Alzheimer's Disease Research and Programs Fare Well in Federal Budget

Alzheimer's Association
Thursday, 29 January 2004

Alzheimer's disease research and programs fared well in the federal omnibus budget appropriation package (HR 2673). The package included the Labor/HHS/Education and Commerce/Justice/State appropriations bills that fund Alzheimer research and the Alzheimer's Association's Safe Return Program, among other Alzheimer programs. Alzheimer research received an approximate 3.7 percent increase.

"Alzheimer research needs a strong and sustained effort, because the number of Americans with Alzheimer's (4.5 million today) will increase to between 11 and 16 million by 2050, and because discovering effective methods and treatments that will delay its onset and progression, as well as prevent it, are well within reach in the foreseeable future," said Sheldon Goldberg, President and CEO of the Alzheimer's Association.

"We must continue the momentum in Alzheimer research, with Congress and the President substantially increasing funding for Alzheimer research to $1 billion, as well as expanding programs and services to help the millions of families across the country who are living with Alzheimer's disease today and the millions more who may face this disease in the future. Our ultimate goal is a world without Alzheimer's disease," Goldberg said.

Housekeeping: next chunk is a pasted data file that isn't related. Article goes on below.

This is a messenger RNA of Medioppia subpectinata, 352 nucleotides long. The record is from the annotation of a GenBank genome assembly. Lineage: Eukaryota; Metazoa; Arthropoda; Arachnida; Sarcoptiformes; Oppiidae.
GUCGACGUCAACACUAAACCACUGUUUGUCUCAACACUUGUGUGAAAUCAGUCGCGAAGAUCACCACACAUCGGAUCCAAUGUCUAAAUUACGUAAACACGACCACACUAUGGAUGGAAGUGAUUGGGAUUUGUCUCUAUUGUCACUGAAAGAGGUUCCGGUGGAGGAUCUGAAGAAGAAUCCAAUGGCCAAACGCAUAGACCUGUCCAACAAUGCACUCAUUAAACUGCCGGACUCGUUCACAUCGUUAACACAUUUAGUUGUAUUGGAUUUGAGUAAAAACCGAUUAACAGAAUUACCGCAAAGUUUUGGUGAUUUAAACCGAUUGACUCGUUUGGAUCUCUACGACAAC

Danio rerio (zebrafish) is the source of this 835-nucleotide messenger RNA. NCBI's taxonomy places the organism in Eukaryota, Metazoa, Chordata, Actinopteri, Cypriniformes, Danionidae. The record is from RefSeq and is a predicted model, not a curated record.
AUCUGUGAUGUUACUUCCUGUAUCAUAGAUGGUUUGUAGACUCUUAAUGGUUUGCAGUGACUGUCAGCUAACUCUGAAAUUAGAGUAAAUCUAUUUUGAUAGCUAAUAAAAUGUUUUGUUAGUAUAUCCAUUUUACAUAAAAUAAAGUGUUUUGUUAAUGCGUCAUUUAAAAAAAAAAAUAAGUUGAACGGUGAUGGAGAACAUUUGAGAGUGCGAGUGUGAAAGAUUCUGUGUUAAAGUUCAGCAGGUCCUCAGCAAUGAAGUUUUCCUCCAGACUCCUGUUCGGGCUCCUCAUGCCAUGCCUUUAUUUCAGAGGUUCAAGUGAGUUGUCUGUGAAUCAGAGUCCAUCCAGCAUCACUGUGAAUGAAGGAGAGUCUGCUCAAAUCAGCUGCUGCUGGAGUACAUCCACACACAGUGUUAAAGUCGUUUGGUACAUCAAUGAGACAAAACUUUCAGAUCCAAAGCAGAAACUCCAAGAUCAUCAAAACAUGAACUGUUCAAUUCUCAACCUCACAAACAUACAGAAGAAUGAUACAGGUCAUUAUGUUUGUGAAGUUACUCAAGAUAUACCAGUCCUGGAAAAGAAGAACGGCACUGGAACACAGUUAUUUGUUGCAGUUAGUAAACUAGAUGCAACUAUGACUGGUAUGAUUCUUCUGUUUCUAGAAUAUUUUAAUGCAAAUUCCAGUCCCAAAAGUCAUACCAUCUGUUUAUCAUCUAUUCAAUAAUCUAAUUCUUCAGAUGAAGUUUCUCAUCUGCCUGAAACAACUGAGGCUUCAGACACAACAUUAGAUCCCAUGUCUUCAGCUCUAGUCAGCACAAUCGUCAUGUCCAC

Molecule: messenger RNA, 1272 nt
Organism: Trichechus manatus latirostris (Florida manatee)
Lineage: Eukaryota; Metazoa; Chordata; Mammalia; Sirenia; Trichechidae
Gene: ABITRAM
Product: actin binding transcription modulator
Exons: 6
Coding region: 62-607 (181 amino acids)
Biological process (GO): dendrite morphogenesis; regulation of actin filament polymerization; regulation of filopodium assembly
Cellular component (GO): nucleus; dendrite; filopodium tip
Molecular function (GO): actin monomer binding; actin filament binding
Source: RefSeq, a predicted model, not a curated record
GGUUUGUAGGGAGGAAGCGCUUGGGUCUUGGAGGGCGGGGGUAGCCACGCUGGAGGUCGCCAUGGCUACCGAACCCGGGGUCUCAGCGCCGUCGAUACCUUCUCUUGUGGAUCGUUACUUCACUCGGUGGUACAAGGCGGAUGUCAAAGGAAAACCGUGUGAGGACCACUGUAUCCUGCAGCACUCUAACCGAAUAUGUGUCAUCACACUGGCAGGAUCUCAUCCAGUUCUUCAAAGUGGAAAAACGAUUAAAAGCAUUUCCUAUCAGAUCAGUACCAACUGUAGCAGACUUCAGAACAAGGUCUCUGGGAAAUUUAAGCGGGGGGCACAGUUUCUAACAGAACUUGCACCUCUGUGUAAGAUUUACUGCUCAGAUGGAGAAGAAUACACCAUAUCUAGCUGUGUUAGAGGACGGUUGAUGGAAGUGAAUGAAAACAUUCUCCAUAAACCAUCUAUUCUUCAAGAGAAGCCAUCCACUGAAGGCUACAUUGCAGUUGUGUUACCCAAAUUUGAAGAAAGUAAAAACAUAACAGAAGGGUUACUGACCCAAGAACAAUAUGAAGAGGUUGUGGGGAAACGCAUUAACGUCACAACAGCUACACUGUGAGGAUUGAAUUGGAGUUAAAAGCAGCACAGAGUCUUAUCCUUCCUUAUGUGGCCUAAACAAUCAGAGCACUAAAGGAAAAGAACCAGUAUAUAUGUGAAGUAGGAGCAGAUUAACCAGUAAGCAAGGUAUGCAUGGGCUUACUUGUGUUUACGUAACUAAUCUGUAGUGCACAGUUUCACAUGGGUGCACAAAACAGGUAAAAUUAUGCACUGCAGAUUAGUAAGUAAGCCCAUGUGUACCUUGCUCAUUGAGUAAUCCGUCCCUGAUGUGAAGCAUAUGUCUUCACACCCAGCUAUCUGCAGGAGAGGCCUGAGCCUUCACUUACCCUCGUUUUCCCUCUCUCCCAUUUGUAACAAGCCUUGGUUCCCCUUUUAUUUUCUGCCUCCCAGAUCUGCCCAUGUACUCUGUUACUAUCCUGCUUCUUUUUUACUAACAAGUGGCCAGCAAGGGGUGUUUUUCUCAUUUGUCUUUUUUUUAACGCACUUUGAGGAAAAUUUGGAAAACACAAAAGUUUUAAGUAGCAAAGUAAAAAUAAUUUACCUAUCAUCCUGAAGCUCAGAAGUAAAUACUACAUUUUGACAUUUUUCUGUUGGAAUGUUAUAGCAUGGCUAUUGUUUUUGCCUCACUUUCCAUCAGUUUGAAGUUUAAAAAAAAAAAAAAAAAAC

Funding for Alzheimer Research at the NIH Will Increase to $661 Million

Under this legislation, funding for Alzheimer research is expected to rise to approximately $661 million in fiscal year 2004, a $21 million increase over FY 03 funding of $640 million. This is a considerable drop from the 15-16 percent increase NIH received over the past five years.

"Twenty years of investment in the National Institutes of Health, combined with steady scientific progress, have led to advances no one would have imagined 20 years ago," Goldberg said. "We are well into an era of discovery that has already brought tangible benefits. The Alzheimer's Association calls on President Bush and Congress to seize the opportunity of a future without Alzheimer's disease by ensuring that the NIH has the resources it needs to fund promising research."